Mr Latham is demanding that radicalised students be placed in youth detention.
The former federal Labor leader stands a strong chance of being elected to the NSW upper house at the March state elections, and could share the balance of power with Fred Nile’s Christian Democrats and the Shooters Fishers and Farmers Party.
He also wants teachers and students to face disciplinary action for failing to shake hands with the opposite sex, which fundamentalist Muslims regard as sinful.
‘They must. It’s a courtesy of our culture that must be practised in our schools,’ he said.
‘It would be a disciplinary matter that should be taken seriously.’
In 2017, Muslim students at the Hurstville Boys Campus of Georges River College, in Sydney’s south, were given permission to put hands of their hearts as an alternative to shaking hands with female teachers.
Mr Latham accused the major political parties and the education bureaucracy of failing to properly tackle Muslim extremism in the classroom.
‘If there wasn’t a religious dimension to this, if there wasn’t a minority dimension to this, the education system one assumes would come down on the students like a tonne of bricks,’ he said.
‘The prevailing attitude would be “we can’t pick on minorities”, “we can’t tell the full truth of what’s happened here”.
‘The main problem is it’s swept under the carpet.’
Mr Latham is campaigning to shut down schools with Muslim extremism, two years after Muslim students at Punchbowl Boys High School (pictured) allegedly threatened to behead non-Muslim staff and declared themselves ISIS sympathisers
One Nation wants the Department of Education to compile a report twice a year outlining radicalised behaviour and the school’s response to it, which would have to be tabled in Parliament.
‘The real problem is we haven’t got transparency,’ Mr Latham said.
‘My feeling is these problems are common enough in the education system to be very worried about.’
Under Mr Latham, events like the Bankstown Poetry Slam in south-west Sydney would also be banned, where arts workshops and school visits are held.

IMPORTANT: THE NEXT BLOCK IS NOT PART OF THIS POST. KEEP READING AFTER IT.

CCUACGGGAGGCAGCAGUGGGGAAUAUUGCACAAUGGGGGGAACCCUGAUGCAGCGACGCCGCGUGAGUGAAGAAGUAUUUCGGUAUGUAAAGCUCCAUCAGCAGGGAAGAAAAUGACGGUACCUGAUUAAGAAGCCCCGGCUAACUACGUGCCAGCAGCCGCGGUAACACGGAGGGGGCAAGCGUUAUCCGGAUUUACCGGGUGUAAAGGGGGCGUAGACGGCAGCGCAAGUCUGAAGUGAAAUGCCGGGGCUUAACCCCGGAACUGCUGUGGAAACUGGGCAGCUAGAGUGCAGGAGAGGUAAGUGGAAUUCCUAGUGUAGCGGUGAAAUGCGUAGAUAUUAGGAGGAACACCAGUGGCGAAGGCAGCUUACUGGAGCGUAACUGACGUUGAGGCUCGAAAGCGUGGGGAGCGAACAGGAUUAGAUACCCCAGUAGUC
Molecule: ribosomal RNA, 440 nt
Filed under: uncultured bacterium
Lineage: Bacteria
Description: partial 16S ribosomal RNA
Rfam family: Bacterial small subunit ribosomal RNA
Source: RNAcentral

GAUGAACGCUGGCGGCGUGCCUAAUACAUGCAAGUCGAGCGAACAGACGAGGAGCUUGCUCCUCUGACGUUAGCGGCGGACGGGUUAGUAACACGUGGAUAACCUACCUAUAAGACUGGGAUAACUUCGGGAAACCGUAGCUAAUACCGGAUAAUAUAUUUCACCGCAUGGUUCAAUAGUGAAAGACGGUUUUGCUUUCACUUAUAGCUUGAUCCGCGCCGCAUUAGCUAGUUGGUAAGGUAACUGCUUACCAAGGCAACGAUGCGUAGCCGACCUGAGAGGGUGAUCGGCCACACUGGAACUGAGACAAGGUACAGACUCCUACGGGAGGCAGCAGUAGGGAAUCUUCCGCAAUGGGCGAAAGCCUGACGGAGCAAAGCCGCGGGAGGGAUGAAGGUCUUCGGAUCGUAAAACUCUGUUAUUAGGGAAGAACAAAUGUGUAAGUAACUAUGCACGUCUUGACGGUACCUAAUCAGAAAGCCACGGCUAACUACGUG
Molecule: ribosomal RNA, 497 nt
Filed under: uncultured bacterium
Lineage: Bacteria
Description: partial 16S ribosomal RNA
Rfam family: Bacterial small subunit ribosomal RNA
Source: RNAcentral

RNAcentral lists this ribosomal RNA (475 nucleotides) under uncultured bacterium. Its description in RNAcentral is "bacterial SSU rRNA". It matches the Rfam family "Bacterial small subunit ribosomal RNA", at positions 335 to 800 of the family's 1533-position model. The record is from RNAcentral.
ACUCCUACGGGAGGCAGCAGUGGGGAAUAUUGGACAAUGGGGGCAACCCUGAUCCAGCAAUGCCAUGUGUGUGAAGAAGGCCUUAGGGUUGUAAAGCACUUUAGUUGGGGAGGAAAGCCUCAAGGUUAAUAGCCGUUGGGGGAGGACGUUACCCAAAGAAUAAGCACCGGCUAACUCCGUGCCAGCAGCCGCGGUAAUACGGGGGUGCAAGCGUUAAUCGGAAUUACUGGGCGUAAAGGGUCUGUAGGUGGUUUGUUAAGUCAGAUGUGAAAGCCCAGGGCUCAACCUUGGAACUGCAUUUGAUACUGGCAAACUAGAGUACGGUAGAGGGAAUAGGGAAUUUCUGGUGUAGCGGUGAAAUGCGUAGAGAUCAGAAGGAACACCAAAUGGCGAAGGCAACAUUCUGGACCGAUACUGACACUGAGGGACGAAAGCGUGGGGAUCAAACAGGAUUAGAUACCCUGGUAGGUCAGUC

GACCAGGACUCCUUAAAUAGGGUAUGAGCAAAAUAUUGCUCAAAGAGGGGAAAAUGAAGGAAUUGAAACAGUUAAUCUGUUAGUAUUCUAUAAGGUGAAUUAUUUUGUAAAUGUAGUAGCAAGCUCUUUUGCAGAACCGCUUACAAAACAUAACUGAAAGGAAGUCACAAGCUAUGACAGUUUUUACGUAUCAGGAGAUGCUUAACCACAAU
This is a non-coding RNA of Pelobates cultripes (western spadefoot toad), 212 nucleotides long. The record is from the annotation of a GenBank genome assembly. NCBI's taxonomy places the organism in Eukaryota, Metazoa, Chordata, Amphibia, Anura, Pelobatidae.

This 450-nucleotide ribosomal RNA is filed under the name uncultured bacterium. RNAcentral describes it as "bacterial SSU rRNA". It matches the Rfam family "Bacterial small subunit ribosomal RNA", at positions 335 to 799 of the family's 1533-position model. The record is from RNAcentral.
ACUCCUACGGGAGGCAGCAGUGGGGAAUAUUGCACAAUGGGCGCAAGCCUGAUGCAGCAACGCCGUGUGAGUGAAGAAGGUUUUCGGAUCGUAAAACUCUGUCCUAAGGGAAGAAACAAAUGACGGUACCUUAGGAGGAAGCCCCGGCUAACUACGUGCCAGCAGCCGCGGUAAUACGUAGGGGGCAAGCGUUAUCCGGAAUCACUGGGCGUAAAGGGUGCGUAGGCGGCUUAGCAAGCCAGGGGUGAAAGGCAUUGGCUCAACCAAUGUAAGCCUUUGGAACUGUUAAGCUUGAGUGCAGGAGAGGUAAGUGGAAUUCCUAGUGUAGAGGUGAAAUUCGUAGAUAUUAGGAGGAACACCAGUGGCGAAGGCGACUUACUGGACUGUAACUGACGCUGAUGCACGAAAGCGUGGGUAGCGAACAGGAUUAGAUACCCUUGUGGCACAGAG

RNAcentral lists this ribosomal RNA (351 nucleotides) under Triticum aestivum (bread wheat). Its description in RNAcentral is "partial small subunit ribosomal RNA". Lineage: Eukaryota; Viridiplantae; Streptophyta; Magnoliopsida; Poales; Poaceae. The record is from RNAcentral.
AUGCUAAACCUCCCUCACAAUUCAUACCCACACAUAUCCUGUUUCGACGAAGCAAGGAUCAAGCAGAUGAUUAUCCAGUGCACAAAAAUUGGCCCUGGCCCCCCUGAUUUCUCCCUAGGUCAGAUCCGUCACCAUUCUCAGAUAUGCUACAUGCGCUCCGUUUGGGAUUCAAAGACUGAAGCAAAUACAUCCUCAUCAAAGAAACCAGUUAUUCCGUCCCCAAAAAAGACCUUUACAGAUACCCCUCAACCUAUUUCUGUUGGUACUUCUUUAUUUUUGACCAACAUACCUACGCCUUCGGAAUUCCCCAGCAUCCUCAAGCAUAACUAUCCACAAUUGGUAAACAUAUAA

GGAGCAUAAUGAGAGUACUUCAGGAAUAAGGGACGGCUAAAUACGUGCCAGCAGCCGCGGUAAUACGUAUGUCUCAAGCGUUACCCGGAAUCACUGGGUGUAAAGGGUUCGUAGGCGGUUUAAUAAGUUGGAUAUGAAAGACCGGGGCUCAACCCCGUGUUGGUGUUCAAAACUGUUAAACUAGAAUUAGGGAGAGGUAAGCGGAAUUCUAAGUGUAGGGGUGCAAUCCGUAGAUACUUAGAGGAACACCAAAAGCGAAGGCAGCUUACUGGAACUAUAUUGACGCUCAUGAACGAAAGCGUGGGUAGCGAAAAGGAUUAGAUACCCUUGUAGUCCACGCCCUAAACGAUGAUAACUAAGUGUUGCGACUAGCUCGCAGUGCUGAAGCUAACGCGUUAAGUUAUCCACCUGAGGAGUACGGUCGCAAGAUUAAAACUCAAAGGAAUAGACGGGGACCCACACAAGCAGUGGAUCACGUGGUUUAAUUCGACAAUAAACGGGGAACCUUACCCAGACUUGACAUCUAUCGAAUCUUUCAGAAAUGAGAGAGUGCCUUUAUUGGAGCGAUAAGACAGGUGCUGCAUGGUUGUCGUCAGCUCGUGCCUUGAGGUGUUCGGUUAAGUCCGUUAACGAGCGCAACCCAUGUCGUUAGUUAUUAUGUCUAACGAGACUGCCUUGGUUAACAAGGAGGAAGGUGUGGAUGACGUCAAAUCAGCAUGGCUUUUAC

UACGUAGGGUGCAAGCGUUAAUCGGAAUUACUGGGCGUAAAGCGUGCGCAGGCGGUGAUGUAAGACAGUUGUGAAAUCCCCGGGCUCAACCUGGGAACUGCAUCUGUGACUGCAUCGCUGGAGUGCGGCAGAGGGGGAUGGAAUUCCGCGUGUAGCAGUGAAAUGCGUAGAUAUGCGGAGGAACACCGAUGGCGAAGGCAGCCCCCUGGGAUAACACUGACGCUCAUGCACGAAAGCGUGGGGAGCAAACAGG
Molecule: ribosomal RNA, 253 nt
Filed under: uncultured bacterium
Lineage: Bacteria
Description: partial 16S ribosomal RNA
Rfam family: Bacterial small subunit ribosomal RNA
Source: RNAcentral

The event, funded by the federal government and Canterbury-Bankstown council, featured a poem called ‘F*** Pauline Hanson’.
The former principal Chris Griffiths (pictured) and his deputy Joumana Dennaoiu were stood aside after they failed to co-operate with departmental deradicalisation programs
The anger wasn’t just directed at One Nation’s federal leader, with videos denouncing the police and mocking the laying of wreaths on Anzac Day.
‘It had nothing to do with poetry, it’s just ranting against Western civilisation and against our society,’ Mr Latham said.
‘I was horrified to find out they were allowed to go into eight western Sydney schools as mentors.
‘I find that a very, very disturbing trend. The people who are clearly anti-Western political agitators with a radical message.
A former teacher (pictured) at nearby Punchbowl Public School also claimed radicalised students as young as 10 had menacingly recited the Koran in Arabic at her and on one occasion even made throat-slitting gestures
‘They shouldn’t get any government funding and they shouldn’t be allowed within coee of any school.’
Despite his misgivings about radicalised Muslim teachers at public schools, Mr Latham acknowledged Islamic schools often produced good academic results and made a contribution to Australian society.
‘If they’re peaceful and constructive and they fit in with Australian values, they get good education outcomes, of course we’ve got to support them,’ he said.
‘Some Islamic colleges have been a wonderful success.’
Which ones? Name them!